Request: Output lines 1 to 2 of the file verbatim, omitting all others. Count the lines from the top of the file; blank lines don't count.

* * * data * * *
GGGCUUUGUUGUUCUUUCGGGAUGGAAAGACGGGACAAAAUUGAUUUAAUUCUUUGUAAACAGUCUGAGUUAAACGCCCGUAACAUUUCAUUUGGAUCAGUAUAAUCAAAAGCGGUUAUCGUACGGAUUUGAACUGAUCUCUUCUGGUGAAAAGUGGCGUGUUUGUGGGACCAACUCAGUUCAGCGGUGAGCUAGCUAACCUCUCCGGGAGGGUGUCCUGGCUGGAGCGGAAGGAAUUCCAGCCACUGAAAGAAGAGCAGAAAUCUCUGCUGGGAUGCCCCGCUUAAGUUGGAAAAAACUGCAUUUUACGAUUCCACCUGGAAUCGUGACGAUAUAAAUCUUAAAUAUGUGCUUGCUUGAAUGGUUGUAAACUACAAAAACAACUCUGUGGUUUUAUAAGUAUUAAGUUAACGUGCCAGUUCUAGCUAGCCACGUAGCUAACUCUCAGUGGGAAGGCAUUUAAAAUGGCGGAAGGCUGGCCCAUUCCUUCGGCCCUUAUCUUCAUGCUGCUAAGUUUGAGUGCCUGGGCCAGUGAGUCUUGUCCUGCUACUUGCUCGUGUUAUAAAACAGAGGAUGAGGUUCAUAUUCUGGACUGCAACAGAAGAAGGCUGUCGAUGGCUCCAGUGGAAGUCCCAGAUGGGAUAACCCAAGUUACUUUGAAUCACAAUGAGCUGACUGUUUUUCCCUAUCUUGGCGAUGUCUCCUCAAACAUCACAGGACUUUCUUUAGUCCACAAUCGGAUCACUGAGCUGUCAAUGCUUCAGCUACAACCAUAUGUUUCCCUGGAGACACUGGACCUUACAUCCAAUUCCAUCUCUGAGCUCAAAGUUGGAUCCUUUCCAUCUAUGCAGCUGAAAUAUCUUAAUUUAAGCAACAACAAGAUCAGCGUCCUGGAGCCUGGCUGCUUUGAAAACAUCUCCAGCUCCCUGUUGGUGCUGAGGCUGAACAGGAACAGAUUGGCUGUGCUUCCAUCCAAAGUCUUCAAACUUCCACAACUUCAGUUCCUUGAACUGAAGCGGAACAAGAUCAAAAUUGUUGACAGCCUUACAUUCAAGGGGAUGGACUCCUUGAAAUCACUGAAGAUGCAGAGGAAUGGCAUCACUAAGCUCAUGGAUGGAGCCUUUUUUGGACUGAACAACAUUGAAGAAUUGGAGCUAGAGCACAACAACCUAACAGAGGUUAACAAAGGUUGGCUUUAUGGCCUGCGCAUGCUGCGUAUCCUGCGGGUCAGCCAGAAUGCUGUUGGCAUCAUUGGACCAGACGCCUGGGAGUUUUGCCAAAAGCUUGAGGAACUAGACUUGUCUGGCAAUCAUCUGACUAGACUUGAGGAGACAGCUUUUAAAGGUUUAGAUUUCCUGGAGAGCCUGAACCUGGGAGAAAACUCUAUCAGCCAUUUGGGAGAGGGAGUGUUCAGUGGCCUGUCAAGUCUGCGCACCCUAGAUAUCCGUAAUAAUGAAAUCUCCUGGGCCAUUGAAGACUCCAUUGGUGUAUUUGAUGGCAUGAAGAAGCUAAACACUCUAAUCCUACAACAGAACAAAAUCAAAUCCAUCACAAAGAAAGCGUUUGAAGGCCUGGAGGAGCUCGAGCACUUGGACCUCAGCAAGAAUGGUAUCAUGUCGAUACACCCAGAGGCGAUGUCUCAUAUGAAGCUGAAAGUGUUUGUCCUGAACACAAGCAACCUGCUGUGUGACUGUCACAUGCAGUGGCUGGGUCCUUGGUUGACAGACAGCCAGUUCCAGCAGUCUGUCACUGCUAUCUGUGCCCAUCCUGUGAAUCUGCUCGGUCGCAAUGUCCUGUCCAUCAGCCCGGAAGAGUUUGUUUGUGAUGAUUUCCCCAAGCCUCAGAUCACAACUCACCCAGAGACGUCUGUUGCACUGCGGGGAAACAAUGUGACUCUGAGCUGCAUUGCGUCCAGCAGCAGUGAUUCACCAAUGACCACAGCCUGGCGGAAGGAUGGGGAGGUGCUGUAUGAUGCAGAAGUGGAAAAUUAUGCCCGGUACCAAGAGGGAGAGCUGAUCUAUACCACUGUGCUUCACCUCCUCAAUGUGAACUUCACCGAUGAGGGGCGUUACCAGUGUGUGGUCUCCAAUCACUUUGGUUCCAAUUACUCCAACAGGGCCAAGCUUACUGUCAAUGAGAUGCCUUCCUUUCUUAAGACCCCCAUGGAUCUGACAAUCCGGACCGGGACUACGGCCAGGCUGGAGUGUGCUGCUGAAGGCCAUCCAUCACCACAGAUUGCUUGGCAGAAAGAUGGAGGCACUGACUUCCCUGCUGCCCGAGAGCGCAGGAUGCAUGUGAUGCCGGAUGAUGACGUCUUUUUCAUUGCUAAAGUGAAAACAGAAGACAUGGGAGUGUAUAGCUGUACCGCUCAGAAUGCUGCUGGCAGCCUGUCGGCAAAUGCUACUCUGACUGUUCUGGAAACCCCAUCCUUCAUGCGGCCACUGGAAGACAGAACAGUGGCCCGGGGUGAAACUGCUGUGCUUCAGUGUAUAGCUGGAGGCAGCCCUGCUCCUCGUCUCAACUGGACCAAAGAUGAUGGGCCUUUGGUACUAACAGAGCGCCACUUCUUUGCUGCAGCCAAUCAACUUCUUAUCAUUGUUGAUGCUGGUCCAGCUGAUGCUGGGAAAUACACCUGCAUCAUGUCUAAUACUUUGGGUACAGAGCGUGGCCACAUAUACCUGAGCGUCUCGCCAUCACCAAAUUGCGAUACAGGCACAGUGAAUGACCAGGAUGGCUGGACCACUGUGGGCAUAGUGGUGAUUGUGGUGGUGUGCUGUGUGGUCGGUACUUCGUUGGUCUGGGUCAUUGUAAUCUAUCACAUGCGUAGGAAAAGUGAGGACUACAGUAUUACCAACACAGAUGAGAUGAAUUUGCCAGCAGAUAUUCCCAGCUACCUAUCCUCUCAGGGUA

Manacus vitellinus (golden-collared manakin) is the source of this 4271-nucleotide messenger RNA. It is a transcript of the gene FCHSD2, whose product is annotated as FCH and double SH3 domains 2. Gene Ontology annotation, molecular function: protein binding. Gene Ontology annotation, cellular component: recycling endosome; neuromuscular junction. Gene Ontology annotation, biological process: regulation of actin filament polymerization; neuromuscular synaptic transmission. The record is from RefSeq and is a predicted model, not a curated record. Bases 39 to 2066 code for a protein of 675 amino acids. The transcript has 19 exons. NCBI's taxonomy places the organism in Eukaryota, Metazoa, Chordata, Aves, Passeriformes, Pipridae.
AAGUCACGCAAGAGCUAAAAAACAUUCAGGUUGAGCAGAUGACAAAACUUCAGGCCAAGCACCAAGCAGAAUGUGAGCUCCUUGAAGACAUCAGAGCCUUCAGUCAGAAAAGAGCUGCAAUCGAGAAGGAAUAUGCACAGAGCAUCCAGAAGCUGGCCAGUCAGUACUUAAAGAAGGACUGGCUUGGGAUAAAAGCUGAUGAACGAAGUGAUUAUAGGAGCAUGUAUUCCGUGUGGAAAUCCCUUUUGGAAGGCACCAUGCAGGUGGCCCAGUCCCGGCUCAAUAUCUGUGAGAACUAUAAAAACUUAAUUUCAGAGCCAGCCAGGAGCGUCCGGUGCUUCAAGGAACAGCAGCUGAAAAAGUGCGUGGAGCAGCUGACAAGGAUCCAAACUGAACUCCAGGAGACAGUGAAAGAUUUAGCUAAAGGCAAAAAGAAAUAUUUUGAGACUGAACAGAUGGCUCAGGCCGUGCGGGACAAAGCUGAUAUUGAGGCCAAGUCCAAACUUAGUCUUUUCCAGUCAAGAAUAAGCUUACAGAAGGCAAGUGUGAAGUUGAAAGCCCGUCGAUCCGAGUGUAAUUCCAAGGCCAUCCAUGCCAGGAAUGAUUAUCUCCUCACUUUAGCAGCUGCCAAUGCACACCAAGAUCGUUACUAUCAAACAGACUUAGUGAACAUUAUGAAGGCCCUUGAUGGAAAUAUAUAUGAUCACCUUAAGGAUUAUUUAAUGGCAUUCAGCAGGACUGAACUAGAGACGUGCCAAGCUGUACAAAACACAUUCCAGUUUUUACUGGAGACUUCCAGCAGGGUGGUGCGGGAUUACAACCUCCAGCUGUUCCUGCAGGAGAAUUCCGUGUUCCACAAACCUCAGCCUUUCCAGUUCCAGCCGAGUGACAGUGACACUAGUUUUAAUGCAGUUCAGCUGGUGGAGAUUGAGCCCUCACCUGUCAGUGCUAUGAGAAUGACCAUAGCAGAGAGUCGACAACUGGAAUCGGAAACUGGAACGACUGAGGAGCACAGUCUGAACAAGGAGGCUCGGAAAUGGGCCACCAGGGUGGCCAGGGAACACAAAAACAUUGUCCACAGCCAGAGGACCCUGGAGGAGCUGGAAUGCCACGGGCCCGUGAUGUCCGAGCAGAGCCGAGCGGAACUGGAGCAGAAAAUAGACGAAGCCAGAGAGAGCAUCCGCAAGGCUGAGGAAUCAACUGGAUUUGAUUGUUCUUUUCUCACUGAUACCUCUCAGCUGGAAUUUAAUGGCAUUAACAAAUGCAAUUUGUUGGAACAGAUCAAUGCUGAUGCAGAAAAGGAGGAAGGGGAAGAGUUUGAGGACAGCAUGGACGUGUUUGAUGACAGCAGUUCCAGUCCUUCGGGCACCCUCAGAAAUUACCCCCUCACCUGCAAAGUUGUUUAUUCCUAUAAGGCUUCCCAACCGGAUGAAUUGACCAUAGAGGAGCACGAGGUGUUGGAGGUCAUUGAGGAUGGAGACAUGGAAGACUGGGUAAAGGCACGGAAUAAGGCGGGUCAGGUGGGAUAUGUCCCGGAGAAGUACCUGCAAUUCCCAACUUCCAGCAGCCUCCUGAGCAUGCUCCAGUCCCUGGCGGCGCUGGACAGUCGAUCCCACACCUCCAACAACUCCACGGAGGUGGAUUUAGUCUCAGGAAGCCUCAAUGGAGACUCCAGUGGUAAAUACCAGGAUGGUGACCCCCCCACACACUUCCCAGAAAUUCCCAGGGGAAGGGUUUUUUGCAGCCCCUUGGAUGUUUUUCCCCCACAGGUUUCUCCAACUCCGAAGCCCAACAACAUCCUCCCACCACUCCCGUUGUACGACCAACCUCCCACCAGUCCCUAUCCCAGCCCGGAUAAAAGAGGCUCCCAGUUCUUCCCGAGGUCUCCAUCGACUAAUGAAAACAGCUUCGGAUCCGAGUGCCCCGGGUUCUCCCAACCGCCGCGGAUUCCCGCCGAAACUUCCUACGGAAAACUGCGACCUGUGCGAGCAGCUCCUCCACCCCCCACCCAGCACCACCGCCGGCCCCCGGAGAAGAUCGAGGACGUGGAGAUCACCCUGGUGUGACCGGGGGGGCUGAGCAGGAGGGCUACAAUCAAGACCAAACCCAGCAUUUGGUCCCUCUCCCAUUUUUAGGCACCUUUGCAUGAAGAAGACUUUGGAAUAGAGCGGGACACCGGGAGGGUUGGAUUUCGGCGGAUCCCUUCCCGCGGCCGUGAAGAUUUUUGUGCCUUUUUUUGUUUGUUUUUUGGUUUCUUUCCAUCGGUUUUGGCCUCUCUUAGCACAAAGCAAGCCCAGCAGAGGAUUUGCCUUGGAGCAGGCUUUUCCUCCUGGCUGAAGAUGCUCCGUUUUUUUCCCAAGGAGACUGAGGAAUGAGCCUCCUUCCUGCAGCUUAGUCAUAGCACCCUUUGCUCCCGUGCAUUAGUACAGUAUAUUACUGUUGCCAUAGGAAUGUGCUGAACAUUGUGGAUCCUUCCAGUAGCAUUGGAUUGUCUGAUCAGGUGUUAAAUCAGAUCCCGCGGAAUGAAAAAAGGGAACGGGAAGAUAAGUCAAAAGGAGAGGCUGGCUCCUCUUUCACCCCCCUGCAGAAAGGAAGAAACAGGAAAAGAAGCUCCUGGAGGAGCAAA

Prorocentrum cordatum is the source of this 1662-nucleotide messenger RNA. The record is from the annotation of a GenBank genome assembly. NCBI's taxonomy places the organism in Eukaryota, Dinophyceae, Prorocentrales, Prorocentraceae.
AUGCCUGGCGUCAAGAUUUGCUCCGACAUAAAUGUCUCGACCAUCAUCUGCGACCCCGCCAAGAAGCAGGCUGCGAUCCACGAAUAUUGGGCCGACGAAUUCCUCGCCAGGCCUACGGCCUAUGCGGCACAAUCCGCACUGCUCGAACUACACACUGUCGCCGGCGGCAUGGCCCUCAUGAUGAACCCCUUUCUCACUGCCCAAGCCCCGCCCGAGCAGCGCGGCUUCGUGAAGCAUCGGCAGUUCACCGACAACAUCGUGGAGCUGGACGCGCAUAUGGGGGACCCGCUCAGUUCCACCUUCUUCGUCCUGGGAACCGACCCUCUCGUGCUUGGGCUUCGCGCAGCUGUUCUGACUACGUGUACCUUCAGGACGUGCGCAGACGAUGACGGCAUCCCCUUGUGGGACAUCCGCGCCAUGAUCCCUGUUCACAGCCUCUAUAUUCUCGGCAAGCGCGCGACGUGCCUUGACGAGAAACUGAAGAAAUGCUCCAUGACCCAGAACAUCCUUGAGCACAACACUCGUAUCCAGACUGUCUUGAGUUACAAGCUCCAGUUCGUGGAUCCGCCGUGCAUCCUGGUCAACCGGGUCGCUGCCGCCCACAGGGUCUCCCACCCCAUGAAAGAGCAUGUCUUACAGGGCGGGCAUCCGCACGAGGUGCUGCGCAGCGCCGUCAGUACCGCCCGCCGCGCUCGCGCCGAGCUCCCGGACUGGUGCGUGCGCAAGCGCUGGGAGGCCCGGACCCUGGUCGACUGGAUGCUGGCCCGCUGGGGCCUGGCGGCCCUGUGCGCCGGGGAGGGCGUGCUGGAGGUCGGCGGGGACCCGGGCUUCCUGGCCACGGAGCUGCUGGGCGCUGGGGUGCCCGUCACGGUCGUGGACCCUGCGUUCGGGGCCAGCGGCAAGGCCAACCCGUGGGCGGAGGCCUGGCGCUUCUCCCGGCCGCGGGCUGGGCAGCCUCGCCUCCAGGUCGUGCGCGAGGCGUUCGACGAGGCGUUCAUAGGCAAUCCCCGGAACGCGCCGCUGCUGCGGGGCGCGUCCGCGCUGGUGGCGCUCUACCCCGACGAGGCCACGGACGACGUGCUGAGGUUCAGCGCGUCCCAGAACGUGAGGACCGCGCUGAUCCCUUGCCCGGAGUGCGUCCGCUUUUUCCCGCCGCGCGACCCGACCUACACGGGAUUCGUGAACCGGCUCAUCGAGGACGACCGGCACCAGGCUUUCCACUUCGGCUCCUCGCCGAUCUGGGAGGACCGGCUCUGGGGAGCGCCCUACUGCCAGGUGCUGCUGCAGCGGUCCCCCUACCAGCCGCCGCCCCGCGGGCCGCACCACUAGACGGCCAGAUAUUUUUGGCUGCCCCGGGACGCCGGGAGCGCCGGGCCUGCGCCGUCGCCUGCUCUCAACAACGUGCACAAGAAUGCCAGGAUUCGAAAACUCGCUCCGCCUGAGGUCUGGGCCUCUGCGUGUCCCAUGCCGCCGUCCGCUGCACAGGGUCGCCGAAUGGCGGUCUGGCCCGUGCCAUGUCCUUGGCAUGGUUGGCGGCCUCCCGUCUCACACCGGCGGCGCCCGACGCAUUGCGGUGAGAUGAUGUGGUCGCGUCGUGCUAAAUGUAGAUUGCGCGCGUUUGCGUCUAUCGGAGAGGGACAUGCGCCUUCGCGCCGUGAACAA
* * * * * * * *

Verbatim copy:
GGGCUUUGUUGUUCUUUCGGGAUGGAAAGACGGGACAAAAUUGAUUUAAUUCUUUGUAAACAGUCUGAGUUAAACGCCCGUAACAUUUCAUUUGGAUCAGUAUAAUCAAAAGCGGUUAUCGUACGGAUUUGAACUGAUCUCUUCUGGUGAAAAGUGGCGUGUUUGUGGGACCAACUCAGUUCAGCGGUGAGCUAGCUAACCUCUCCGGGAGGGUGUCCUGGCUGGAGCGGAAGGAAUUCCAGCCACUGAAAGAAGAGCAGAAAUCUCUGCUGGGAUGCCCCGCUUAAGUUGGAAAAAACUGCAUUUUACGAUUCCACCUGGAAUCGUGACGAUAUAAAUCUUAAAUAUGUGCUUGCUUGAAUGGUUGUAAACUACAAAAACAACUCUGUGGUUUUAUAAGUAUUAAGUUAACGUGCCAGUUCUAGCUAGCCACGUAGCUAACUCUCAGUGGGAAGGCAUUUAAAAUGGCGGAAGGCUGGCCCAUUCCUUCGGCCCUUAUCUUCAUGCUGCUAAGUUUGAGUGCCUGGGCCAGUGAGUCUUGUCCUGCUACUUGCUCGUGUUAUAAAACAGAGGAUGAGGUUCAUAUUCUGGACUGCAACAGAAGAAGGCUGUCGAUGGCUCCAGUGGAAGUCCCAGAUGGGAUAACCCAAGUUACUUUGAAUCACAAUGAGCUGACUGUUUUUCCCUAUCUUGGCGAUGUCUCCUCAAACAUCACAGGACUUUCUUUAGUCCACAAUCGGAUCACUGAGCUGUCAAUGCUUCAGCUACAACCAUAUGUUUCCCUGGAGACACUGGACCUUACAUCCAAUUCCAUCUCUGAGCUCAAAGUUGGAUCCUUUCCAUCUAUGCAGCUGAAAUAUCUUAAUUUAAGCAACAACAAGAUCAGCGUCCUGGAGCCUGGCUGCUUUGAAAACAUCUCCAGCUCCCUGUUGGUGCUGAGGCUGAACAGGAACAGAUUGGCUGUGCUUCCAUCCAAAGUCUUCAAACUUCCACAACUUCAGUUCCUUGAACUGAAGCGGAACAAGAUCAAAAUUGUUGACAGCCUUACAUUCAAGGGGAUGGACUCCUUGAAAUCACUGAAGAUGCAGAGGAAUGGCAUCACUAAGCUCAUGGAUGGAGCCUUUUUUGGACUGAACAACAUUGAAGAAUUGGAGCUAGAGCACAACAACCUAACAGAGGUUAACAAAGGUUGGCUUUAUGGCCUGCGCAUGCUGCGUAUCCUGCGGGUCAGCCAGAAUGCUGUUGGCAUCAUUGGACCAGACGCCUGGGAGUUUUGCCAAAAGCUUGAGGAACUAGACUUGUCUGGCAAUCAUCUGACUAGACUUGAGGAGACAGCUUUUAAAGGUUUAGAUUUCCUGGAGAGCCUGAACCUGGGAGAAAACUCUAUCAGCCAUUUGGGAGAGGGAGUGUUCAGUGGCCUGUCAAGUCUGCGCACCCUAGAUAUCCGUAAUAAUGAAAUCUCCUGGGCCAUUGAAGACUCCAUUGGUGUAUUUGAUGGCAUGAAGAAGCUAAACACUCUAAUCCUACAACAGAACAAAAUCAAAUCCAUCACAAAGAAAGCGUUUGAAGGCCUGGAGGAGCUCGAGCACUUGGACCUCAGCAAGAAUGGUAUCAUGUCGAUACACCCAGAGGCGAUGUCUCAUAUGAAGCUGAAAGUGUUUGUCCUGAACACAAGCAACCUGCUGUGUGACUGUCACAUGCAGUGGCUGGGUCCUUGGUUGACAGACAGCCAGUUCCAGCAGUCUGUCACUGCUAUCUGUGCCCAUCCUGUGAAUCUGCUCGGUCGCAAUGUCCUGUCCAUCAGCCCGGAAGAGUUUGUUUGUGAUGAUUUCCCCAAGCCUCAGAUCACAACUCACCCAGAGACGUCUGUUGCACUGCGGGGAAACAAUGUGACUCUGAGCUGCAUUGCGUCCAGCAGCAGUGAUUCACCAAUGACCACAGCCUGGCGGAAGGAUGGGGAGGUGCUGUAUGAUGCAGAAGUGGAAAAUUAUGCCCGGUACCAAGAGGGAGAGCUGAUCUAUACCACUGUGCUUCACCUCCUCAAUGUGAACUUCACCGAUGAGGGGCGUUACCAGUGUGUGGUCUCCAAUCACUUUGGUUCCAAUUACUCCAACAGGGCCAAGCUUACUGUCAAUGAGAUGCCUUCCUUUCUUAAGACCCCCAUGGAUCUGACAAUCCGGACCGGGACUACGGCCAGGCUGGAGUGUGCUGCUGAAGGCCAUCCAUCACCACAGAUUGCUUGGCAGAAAGAUGGAGGCACUGACUUCCCUGCUGCCCGAGAGCGCAGGAUGCAUGUGAUGCCGGAUGAUGACGUCUUUUUCAUUGCUAAAGUGAAAACAGAAGACAUGGGAGUGUAUAGCUGUACCGCUCAGAAUGCUGCUGGCAGCCUGUCGGCAAAUGCUACUCUGACUGUUCUGGAAACCCCAUCCUUCAUGCGGCCACUGGAAGACAGAACAGUGGCCCGGGGUGAAACUGCUGUGCUUCAGUGUAUAGCUGGAGGCAGCCCUGCUCCUCGUCUCAACUGGACCAAAGAUGAUGGGCCUUUGGUACUAACAGAGCGCCACUUCUUUGCUGCAGCCAAUCAACUUCUUAUCAUUGUUGAUGCUGGUCCAGCUGAUGCUGGGAAAUACACCUGCAUCAUGUCUAAUACUUUGGGUACAGAGCGUGGCCACAUAUACCUGAGCGUCUCGCCAUCACCAAAUUGCGAUACAGGCACAGUGAAUGACCAGGAUGGCUGGACCACUGUGGGCAUAGUGGUGAUUGUGGUGGUGUGCUGUGUGGUCGGUACUUCGUUGGUCUGGGUCAUUGUAAUCUAUCACAUGCGUAGGAAAAGUGAGGACUACAGUAUUACCAACACAGAUGAGAUGAAUUUGCCAGCAGAUAUUCCCAGCUACCUAUCCUCUCAGGGUA

Manacus vitellinus (golden-collared manakin) is the source of this 4271-nucleotide messenger RNA. It is a transcript of the gene FCHSD2, whose product is annotated as FCH and double SH3 domains 2. Gene Ontology annotation, molecular function: protein binding. Gene Ontology annotation, cellular component: recycling endosome; neuromuscular junction. Gene Ontology annotation, biological process: regulation of actin filament polymerization; neuromuscular synaptic transmission. The record is from RefSeq and is a predicted model, not a curated record. Bases 39 to 2066 code for a protein of 675 amino acids. The transcript has 19 exons. NCBI's taxonomy places the organism in Eukaryota, Metazoa, Chordata, Aves, Passeriformes, Pipridae.